“The reason for the drop in July inflation is as a result of base drift and seasonality effects as well as the stability of the cedi and the seasonality of food pricing,” Government Statistician Dr Philomena Nyarko, has said.


The monthly change rate was 0.9 per cent in July 2016 compared to 1.3 per cent recorded in June this year.

Food inflation was 8.6 per cent in July same as what was recorded in June, Dr Nyarko said.

However, the year on year non-food inflation rate dropped to 21. 2 per cent from 24.1 per cent in the year.

The main price drivers for the non-food inflation rate were education, 35.4 per cent, recreation and culture, 28.3 per cent, transport, 25.4 per cent , housing, water, electricity, gas and other fuels, 25.4 per cent clothing and foot wear, 24.3 per cent and furnishing households equipment and routine maintenance, 23.0 per cent.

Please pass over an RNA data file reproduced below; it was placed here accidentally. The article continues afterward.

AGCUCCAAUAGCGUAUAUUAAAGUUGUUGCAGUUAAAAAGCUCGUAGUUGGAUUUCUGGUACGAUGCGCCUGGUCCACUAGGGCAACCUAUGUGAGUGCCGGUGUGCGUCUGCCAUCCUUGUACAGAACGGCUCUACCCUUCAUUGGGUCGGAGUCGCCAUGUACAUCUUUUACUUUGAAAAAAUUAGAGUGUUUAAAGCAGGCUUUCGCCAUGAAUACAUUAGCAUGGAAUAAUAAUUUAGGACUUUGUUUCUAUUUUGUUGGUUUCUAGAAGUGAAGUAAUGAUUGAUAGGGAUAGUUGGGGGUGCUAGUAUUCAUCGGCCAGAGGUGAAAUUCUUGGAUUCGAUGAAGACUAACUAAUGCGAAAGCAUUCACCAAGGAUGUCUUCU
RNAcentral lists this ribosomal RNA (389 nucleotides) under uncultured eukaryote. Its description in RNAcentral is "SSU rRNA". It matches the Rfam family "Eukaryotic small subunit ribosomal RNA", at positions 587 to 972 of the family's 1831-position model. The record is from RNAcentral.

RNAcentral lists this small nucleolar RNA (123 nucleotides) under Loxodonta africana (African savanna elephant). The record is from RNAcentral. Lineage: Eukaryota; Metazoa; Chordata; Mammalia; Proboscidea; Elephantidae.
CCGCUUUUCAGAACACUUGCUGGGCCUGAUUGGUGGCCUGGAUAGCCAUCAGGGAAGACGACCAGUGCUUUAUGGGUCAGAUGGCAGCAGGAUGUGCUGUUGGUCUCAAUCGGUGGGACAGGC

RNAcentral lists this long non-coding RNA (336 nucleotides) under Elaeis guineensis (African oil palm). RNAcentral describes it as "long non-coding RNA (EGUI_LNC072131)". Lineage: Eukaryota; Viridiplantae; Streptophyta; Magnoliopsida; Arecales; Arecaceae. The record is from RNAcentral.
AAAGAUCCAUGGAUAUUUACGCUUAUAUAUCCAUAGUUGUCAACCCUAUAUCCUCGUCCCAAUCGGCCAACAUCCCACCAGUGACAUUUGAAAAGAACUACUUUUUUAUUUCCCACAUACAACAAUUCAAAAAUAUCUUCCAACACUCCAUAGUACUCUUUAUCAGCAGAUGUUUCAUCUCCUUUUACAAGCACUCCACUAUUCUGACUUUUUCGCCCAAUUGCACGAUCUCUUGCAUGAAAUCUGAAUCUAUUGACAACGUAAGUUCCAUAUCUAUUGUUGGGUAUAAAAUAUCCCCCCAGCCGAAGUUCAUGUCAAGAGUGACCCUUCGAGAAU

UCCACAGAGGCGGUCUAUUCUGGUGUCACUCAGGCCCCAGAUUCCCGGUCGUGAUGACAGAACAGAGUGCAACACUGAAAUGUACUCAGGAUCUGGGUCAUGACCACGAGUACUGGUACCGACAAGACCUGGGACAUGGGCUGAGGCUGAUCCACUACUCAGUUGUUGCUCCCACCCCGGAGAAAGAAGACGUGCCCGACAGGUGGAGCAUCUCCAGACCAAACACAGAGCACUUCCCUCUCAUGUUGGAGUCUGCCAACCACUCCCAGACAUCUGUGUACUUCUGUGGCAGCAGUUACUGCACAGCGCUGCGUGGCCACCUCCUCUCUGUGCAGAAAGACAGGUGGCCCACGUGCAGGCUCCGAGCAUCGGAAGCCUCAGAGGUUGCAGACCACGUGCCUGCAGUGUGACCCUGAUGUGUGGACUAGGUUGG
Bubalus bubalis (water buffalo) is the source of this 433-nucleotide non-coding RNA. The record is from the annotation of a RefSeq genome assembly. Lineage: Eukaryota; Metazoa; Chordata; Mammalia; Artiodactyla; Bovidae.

Similarly, the inflation rate for imported items fell to 15.2 per cent in July from the 17.3 per cent recorded in June, showing that inflation for locally produced items was 2.1 per cent higher than the imported ones.

On the regional level two regions Greater Accra and Ashanti recorded inflation rates higher than the national average of 16.7 per cent.

Greater Accra recorded the highest inflation of 21.3 per cent followed by Ashanti region with 18.0 per cent while the Upper East region recorded the lowest inflation rate of 10.0 per cent.

Source: GNA/News Ghana


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